Aloe Vera for Animals

Aloe vera has been used to treat skin conditions in humans and animals for many years.  Although there are a lot of personal testimonies regarding its therapeutic effects, I have not found many controlled research studies to back up the claims – until now.  Dr. Mahsa Tarameshloo and colleagues conducted a study comparing aloe vera to thyroid hormone cream and silver sulfadiazine.  They compared the tensile strength of skin wounds in rats after 14 days of treatment and found that aloe vera had much better tensile strength than the other two compounds. 

Unfortunately, aloe can cause vomiting and diarrhea if ingested.  Therefore, licking must be prevented.  According to Pet Poison Control, “Aloes contain anthraquinone glycosides which are purgatives.  When ingested, these glycosides are metabolized by intestinal bacteria forming compounds that increase mucous production and water in the colon.”  Other rarely observed signs include tremors and a change in the color of urine. 

-Pet Poison Helpline, ‘Aloe Vera’, kristennelsondvmPosted inNutraceuticals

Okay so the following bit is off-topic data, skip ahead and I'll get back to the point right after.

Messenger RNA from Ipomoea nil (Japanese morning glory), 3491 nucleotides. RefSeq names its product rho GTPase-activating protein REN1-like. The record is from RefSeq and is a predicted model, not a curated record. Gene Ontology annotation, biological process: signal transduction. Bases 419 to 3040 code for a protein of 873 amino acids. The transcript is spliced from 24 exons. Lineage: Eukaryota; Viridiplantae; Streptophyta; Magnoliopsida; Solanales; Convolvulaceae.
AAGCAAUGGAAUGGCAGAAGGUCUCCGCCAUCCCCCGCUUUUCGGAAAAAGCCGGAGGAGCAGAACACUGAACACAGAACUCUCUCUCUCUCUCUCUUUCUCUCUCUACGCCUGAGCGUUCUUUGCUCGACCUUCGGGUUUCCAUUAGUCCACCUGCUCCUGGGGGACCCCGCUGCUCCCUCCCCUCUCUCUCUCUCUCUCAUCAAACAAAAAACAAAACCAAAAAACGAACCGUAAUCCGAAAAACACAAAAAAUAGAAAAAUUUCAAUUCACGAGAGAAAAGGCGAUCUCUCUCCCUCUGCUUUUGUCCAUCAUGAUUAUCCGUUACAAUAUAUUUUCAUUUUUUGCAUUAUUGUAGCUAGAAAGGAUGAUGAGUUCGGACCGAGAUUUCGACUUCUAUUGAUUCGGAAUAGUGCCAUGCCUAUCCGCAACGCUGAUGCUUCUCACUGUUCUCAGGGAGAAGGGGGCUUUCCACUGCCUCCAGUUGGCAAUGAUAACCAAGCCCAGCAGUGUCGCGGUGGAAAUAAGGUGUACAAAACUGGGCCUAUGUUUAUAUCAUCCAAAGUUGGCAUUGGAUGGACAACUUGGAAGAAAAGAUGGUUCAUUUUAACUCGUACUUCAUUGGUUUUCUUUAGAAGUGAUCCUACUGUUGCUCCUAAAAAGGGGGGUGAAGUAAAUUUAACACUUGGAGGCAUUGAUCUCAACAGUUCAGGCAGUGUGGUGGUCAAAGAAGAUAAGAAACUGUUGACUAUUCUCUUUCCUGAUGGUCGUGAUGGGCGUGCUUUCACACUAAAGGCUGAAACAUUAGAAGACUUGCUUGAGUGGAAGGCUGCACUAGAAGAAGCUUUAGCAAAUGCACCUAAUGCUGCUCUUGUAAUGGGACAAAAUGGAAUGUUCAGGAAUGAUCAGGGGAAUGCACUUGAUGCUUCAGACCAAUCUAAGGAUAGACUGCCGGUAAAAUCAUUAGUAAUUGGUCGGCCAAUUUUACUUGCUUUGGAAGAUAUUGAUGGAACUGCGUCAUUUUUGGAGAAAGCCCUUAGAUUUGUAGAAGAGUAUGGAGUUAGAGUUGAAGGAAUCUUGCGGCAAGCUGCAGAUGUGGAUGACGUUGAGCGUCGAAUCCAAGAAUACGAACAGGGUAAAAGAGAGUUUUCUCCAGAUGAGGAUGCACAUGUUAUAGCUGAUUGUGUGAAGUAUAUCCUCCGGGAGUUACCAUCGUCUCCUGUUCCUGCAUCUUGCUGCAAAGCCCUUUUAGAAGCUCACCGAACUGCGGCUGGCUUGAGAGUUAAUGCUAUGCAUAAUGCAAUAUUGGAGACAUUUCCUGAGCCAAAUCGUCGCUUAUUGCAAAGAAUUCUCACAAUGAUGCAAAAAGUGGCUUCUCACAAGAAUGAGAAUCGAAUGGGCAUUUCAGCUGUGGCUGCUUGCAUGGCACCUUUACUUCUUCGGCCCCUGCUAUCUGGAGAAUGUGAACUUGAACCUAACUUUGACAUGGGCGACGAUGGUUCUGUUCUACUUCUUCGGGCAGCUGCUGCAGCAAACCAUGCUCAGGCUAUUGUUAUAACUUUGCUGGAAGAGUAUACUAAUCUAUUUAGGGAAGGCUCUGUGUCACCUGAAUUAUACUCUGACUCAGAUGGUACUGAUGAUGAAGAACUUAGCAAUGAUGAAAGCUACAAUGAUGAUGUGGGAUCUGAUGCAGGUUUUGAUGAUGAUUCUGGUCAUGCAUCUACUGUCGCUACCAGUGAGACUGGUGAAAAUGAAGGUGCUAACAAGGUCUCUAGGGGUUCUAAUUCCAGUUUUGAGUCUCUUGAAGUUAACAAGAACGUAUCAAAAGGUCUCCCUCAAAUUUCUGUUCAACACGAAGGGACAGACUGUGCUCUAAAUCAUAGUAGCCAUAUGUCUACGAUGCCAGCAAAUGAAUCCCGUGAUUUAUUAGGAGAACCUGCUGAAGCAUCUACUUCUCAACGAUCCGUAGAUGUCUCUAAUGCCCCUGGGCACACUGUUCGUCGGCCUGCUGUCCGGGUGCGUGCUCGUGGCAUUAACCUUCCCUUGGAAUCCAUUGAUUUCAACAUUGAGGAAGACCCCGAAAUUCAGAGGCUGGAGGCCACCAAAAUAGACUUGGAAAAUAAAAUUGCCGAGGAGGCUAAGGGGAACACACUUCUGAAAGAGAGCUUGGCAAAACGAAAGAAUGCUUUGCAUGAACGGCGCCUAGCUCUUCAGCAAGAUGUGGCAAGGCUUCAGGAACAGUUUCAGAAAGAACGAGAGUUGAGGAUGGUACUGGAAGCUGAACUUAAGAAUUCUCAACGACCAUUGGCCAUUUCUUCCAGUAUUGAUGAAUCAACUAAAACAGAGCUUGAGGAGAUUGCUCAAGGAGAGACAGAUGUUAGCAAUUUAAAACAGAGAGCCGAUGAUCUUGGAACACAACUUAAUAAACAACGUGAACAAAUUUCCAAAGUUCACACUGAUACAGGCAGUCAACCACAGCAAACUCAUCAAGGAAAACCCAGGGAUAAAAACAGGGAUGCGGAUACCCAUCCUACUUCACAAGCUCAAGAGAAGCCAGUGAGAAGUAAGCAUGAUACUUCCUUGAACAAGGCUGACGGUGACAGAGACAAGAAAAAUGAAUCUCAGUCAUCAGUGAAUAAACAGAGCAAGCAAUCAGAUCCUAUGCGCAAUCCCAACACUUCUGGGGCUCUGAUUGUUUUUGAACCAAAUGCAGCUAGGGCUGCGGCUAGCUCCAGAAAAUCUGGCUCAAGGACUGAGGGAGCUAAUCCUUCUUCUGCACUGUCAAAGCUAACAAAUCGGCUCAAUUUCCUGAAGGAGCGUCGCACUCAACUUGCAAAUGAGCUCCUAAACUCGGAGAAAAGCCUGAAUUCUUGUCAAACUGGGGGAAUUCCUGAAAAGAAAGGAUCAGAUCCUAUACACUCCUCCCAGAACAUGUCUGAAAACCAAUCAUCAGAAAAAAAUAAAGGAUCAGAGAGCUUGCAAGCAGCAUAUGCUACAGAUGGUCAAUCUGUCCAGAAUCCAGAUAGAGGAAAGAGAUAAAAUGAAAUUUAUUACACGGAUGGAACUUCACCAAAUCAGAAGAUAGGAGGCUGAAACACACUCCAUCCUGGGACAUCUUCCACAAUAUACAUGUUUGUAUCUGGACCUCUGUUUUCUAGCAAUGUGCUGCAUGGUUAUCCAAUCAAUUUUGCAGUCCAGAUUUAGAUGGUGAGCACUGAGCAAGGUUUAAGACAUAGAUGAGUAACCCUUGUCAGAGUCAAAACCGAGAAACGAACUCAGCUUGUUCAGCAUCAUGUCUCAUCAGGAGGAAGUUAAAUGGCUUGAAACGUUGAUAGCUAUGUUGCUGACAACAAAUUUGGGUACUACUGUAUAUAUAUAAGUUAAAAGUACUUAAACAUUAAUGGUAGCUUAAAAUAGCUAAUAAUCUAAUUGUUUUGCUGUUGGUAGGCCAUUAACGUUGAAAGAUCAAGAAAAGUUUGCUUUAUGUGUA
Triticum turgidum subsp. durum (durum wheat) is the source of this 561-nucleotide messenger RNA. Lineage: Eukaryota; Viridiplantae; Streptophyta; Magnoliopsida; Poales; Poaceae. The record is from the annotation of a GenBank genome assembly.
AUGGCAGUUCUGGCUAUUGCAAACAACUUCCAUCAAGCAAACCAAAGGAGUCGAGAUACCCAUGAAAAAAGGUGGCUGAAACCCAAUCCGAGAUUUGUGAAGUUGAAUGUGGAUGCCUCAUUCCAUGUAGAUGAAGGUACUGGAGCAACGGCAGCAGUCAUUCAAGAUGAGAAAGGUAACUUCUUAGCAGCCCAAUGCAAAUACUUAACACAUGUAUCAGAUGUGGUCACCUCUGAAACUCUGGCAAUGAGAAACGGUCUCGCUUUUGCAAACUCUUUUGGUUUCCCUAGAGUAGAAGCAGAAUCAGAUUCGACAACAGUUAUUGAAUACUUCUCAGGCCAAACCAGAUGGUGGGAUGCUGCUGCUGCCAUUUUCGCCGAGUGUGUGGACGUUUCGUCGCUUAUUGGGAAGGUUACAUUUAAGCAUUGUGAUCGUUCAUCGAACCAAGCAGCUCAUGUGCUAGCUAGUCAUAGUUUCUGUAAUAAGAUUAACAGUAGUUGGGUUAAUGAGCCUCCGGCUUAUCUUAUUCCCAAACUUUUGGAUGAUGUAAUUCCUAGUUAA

Published by kristennelsondvm

Dr. Kristen Nelson grew up on a farm in Watertown, Minn., where she developed a deep love for animals of all kinds. She received a Doctor of Veterinary Medicine degree from the University of Minnesota, College of Veterinary Medicine. Kris then completed a small-animal internship at the prestigious Animal Medical Center in New York City. In addition to writing and speaking, she cares for small and exotic animals in Scottsdale, Az. Dr. Nelson is widely quoted in the media. Her credits include Ladies’ Home Journal, USA TODAY, the Los Angeles Times and numerous radio and television interviews. Dr. Nelson has written two books, Coated With Fur: A Vet’s Life and Coated With Fur: A Blind Cat’s Love. Kris and her husband Steve share their home with rescued cats, birds and a dog.